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Optics Express

Optics Express

  • Editor: C. Martijn de Sterke
  • Vol. 20, Iss. 18 — Aug. 27, 2012
  • pp: 19799–19805
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A hollow beam supercontinuum generation by the supermode superposition in a GeO2 doped triangular-core photonic crystal fiber

Xin-ben Zhang, Xian Zhu, Xiang Chen, Hai-qing Li, Jing-gang Peng, Neng-li Dai, and Jin-yan Li  »View Author Affiliations


Optics Express, Vol. 20, Issue 18, pp. 19799-19805 (2012)
http://dx.doi.org/10.1364/OE.20.019799


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Abstract

A GeO2 doped triangular-core photonic-crystal fiber (PCF) is designed and fabricated to allow the generation of a hollow beam through a nonlinear-optical transformation by femtosecond pulses at 1040 nm from a high power Yb-doped PCF laser oscillator. The hollow beam supercontinuum is obtained at far field by adjusting incident light polarization to excite the high order supermode, behaving as a mode convertor. The supercontinuum ranging from 540 to 1540 nm is achieved with an average power of 1.04 W.

© 2012 OSA

1. Introduction

The generation of hollow optical potentials has found extensive applications in both life and physical sciences. Hollow beam is a light field whose intensity along the central axis is the minimum or vanishes in the ideal case along the beam axis. Various proposals have been carried out to generate this type beam. Such as axicon [1

1. I. Manek, Y. B. Ovchinnikov, and R. Grimm, “Generation of a hollow laser beam for atom trapping using an axicon,” Opt. Commun. 147(1-3), 67–70 (1998). [CrossRef]

3

3. S. K. Tiwari, S. R. Mishra, and S. P. Ram, “Generation of a variable-diameter collimated hollow laser beam using metal axicon mirrors,” Opt. Eng. 50(1), 014001 (2011). [CrossRef]

], hollow optical systems [4

4. S. Marksteiner, C. M. Savage, P. Zoller, and S. L. Rolston, “Coherent atomic waveguides from hollow optical fibers: Quantized atomic motion,” Phys. Rev. A 50(3), 2680–2690 (1994). [CrossRef] [PubMed]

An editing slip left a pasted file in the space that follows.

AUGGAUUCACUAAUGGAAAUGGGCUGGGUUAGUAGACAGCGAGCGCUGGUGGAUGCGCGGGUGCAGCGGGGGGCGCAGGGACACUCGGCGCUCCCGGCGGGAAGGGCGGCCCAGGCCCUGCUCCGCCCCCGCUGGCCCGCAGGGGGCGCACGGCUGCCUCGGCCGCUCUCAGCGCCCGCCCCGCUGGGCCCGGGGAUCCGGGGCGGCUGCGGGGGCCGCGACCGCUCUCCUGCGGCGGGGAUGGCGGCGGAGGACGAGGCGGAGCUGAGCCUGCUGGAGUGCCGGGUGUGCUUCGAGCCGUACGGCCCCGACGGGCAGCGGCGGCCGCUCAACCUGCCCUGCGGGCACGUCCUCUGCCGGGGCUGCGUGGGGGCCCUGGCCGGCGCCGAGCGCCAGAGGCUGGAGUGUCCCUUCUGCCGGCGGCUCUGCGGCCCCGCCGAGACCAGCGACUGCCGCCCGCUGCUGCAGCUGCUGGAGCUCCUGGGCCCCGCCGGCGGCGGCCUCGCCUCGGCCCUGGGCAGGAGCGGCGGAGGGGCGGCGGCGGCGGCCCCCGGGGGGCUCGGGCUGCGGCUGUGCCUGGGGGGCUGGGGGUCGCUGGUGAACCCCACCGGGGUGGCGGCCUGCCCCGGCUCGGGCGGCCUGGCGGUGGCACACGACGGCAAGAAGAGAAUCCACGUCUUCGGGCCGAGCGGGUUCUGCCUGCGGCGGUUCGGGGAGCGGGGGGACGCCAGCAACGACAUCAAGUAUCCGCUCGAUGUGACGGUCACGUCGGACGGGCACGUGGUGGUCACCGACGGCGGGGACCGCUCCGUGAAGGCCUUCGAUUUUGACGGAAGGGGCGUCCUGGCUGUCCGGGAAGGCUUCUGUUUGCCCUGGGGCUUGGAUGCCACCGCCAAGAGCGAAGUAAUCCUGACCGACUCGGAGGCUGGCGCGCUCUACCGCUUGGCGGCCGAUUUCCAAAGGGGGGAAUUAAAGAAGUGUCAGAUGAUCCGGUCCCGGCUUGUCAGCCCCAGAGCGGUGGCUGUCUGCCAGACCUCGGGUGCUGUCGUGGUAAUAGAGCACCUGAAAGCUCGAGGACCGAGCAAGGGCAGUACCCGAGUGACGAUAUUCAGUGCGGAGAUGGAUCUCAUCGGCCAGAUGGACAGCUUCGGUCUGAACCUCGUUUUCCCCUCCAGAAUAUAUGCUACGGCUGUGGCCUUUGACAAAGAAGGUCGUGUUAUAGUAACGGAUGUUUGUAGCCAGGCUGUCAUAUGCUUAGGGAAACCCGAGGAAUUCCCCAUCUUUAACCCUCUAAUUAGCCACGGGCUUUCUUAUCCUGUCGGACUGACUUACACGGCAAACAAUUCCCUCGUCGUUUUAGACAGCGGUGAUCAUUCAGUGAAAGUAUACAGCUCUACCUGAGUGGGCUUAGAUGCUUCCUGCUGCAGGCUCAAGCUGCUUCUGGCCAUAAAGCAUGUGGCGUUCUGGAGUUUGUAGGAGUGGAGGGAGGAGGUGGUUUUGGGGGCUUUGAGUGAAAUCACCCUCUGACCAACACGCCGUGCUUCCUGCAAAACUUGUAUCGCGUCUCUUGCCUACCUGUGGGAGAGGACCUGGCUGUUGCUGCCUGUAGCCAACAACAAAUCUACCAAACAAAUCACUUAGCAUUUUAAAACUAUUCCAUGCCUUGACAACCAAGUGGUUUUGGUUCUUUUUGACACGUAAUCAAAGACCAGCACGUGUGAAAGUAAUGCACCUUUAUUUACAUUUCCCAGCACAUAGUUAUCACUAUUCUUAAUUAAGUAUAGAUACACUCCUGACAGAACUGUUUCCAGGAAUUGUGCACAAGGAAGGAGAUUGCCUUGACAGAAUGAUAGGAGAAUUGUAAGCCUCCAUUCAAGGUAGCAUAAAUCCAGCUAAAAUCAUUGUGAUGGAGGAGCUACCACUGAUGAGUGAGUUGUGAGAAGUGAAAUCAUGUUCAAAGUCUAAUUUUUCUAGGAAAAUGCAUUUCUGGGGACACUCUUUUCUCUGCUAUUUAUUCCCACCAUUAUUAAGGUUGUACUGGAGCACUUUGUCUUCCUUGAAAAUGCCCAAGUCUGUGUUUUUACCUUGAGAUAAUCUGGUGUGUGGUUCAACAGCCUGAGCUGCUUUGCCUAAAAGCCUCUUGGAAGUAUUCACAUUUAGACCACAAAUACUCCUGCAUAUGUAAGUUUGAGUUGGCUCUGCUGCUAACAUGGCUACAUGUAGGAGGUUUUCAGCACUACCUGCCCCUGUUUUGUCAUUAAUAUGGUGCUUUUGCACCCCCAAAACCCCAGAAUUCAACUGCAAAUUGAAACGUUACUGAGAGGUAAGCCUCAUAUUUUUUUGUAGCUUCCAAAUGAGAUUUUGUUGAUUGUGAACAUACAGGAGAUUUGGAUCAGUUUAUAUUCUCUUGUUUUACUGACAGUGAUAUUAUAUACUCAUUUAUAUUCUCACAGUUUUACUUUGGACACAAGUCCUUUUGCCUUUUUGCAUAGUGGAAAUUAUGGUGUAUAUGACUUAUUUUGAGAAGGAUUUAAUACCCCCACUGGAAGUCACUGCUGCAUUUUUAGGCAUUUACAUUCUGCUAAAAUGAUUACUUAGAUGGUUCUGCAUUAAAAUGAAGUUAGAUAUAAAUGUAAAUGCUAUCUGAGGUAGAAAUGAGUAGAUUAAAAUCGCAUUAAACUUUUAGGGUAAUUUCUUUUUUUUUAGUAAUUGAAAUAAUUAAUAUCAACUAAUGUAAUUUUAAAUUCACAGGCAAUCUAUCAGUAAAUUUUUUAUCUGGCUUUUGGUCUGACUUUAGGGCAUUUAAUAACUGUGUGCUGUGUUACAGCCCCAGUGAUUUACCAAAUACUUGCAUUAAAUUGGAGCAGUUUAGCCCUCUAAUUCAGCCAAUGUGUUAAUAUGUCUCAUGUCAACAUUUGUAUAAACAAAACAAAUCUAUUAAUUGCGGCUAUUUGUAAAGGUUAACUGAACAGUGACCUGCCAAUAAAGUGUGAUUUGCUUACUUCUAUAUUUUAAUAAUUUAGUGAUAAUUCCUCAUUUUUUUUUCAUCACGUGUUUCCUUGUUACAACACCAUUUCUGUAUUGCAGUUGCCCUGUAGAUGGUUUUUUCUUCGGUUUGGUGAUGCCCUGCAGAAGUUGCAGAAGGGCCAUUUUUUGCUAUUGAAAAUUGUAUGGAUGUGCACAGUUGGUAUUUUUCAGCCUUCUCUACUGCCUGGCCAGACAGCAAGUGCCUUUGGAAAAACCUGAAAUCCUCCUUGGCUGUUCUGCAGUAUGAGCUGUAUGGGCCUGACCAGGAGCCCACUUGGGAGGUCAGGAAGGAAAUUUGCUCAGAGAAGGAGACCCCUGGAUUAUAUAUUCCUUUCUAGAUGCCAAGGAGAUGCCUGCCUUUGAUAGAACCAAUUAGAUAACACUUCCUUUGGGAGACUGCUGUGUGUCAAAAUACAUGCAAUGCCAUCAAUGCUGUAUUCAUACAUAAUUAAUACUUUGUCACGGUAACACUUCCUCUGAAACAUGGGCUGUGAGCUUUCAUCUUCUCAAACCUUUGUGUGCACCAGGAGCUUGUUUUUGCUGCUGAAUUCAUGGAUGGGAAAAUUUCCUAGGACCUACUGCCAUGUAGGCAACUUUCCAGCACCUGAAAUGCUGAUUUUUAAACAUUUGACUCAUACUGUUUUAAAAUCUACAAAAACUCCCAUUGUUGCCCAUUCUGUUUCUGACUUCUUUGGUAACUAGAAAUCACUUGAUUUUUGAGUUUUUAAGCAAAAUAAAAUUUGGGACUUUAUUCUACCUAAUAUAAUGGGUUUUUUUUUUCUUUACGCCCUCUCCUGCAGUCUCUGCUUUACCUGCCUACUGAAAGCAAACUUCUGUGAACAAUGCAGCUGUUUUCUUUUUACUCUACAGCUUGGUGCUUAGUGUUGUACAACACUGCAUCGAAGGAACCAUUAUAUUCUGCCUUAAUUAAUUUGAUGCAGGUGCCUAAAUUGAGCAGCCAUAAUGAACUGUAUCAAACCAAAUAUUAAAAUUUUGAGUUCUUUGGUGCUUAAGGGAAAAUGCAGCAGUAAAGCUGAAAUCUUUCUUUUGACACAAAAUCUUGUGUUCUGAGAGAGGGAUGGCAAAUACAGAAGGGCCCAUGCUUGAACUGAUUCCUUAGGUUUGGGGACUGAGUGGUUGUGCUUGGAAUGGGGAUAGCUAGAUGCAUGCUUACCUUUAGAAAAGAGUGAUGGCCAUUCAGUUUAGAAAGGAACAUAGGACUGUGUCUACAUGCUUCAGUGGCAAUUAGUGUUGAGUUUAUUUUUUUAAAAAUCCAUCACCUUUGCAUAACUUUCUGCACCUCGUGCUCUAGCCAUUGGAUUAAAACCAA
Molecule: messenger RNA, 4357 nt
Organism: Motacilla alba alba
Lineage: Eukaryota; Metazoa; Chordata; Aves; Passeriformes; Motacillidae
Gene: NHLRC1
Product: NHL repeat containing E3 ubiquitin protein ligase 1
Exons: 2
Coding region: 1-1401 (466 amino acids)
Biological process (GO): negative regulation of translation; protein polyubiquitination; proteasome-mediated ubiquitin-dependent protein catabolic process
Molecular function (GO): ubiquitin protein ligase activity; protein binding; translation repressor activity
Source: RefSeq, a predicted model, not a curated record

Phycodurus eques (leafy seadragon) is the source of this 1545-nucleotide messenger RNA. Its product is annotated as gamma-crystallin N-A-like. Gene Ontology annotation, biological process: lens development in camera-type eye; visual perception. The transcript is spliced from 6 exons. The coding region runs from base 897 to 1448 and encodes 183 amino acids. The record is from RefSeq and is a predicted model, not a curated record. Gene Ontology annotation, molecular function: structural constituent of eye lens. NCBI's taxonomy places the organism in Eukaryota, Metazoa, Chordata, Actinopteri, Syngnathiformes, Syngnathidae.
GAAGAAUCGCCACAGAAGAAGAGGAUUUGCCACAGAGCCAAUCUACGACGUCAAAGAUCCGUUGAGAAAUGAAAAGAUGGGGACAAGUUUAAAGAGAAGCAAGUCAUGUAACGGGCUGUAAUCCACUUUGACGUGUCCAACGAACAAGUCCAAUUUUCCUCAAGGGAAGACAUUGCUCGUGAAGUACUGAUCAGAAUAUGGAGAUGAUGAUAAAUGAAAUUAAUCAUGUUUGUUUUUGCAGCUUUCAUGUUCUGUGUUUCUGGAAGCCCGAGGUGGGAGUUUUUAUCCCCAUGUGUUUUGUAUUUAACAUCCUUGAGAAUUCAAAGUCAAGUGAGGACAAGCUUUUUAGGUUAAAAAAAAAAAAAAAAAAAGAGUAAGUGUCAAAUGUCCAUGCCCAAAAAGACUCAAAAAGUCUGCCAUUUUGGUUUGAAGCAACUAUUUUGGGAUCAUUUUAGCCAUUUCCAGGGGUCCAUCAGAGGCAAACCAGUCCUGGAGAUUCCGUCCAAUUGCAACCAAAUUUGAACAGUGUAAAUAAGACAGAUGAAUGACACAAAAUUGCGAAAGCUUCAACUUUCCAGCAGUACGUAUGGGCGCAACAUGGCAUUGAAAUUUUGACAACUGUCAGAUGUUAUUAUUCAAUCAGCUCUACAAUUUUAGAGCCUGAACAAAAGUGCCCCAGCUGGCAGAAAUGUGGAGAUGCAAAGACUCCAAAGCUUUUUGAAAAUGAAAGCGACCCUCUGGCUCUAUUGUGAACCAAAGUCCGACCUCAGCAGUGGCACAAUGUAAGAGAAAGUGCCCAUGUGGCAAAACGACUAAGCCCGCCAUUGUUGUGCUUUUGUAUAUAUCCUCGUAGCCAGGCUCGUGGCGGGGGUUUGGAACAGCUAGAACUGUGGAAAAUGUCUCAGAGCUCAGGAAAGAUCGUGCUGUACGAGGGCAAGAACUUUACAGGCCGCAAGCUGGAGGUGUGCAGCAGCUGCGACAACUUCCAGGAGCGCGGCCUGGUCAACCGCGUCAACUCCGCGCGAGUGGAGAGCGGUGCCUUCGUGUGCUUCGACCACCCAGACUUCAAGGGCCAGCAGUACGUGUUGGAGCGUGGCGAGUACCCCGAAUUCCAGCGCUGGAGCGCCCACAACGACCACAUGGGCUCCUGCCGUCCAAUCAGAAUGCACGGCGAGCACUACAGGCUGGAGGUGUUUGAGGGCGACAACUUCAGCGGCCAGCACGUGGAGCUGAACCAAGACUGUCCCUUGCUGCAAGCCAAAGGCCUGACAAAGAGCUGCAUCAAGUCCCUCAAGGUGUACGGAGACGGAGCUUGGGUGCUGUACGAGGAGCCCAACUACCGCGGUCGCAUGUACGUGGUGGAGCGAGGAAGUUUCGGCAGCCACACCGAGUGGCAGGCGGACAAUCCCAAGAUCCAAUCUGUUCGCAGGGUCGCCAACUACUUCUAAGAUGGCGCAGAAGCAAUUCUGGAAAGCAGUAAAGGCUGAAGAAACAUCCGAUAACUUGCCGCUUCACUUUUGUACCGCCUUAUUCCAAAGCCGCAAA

9

9. H. R. Li and J. P. Yin, “Generation of a vectorial elliptic hollow beam by an elliptic hollow fiber,” Opt. Lett. 36(4), 457–459 (2011). [CrossRef] [PubMed]

], multimode light guides [10

10. C. L. Zhao, Y. J. Cai, F. Wang, X. H. Lu, and Y. Z. Wang, “Generation of a high-quality partially coherent dark hollow beam with a multimode fiber,” Opt. Lett. 33(12), 1389–1391 (2008). [CrossRef] [PubMed]

, 11

11. G. Schweiger, R. Nett, B. Özel, and T. Weigel, “Generation of hollow beams by spiral rays in multimode light guides,” Opt. Express 18(5), 4510–4517 (2010). [CrossRef] [PubMed]

], waveguide with metal rods [12

12. C. C. Yan, D. H. Zhang, D. D. Li, H. J. Bian, Z. J. Xu, and Y. K. Wang, “Metal nanorod-based metamaterials for beam splitting and a subdiffraction-limited dark hollow light cone,” J. Opt. 13(8), 085102 (2011). [CrossRef]

], and mode convertors [13

13. A. Witkowska, S. G. Leon-Saval, A. Pham, and T. A. Birks, “All-fiber LP11 mode convertors,” Opt. Lett. 33(4), 306–308 (2008). [CrossRef] [PubMed]

, 14

14. N. Bokor and N. Davidson, “Generation of a hollow dark spherical spot by 4pi focusing of a radially polarized Laguerre-Gaussian beam,” Opt. Lett. 31(2), 149–151 (2006). [CrossRef] [PubMed]

]. An impressive performances have been obtained by using multi-mode holey fiber [15

15. M. L. Hu, C. Y. Wang, Y. J. Song, Y. F. Li, L. Chai, E. E. Serebryannikov, and A. M. Zheltikov, “A hollow beam from a holey fiber,” Opt. Express 14(9), 4128–4134 (2006). [CrossRef] [PubMed]

], suggesting attractive fiber optic solutions. Recently it was shown that the optical vortex beam can be generated by using the coherent-superposition of multi-beams in a radially symmetric configuration [16

16. L. G. Wang, L. Q. Wang, and S. Y. Zhu, “Formation of optical vortices using coherent laser beam arrays,” Opt. Commun. 282(6), 1088–1094 (2009). [CrossRef]

18

18. G. Q. Zhou, “Propagation of a radial phased-locked Lorentz beam array in turbulent atmosphere,” Opt. Express 19(24), 24699–24711 (2011). [CrossRef] [PubMed]

]. However, it is impossible to keep the initial phase of the laser arrays stable in practical engineering excepting that the phase noise is corrected [19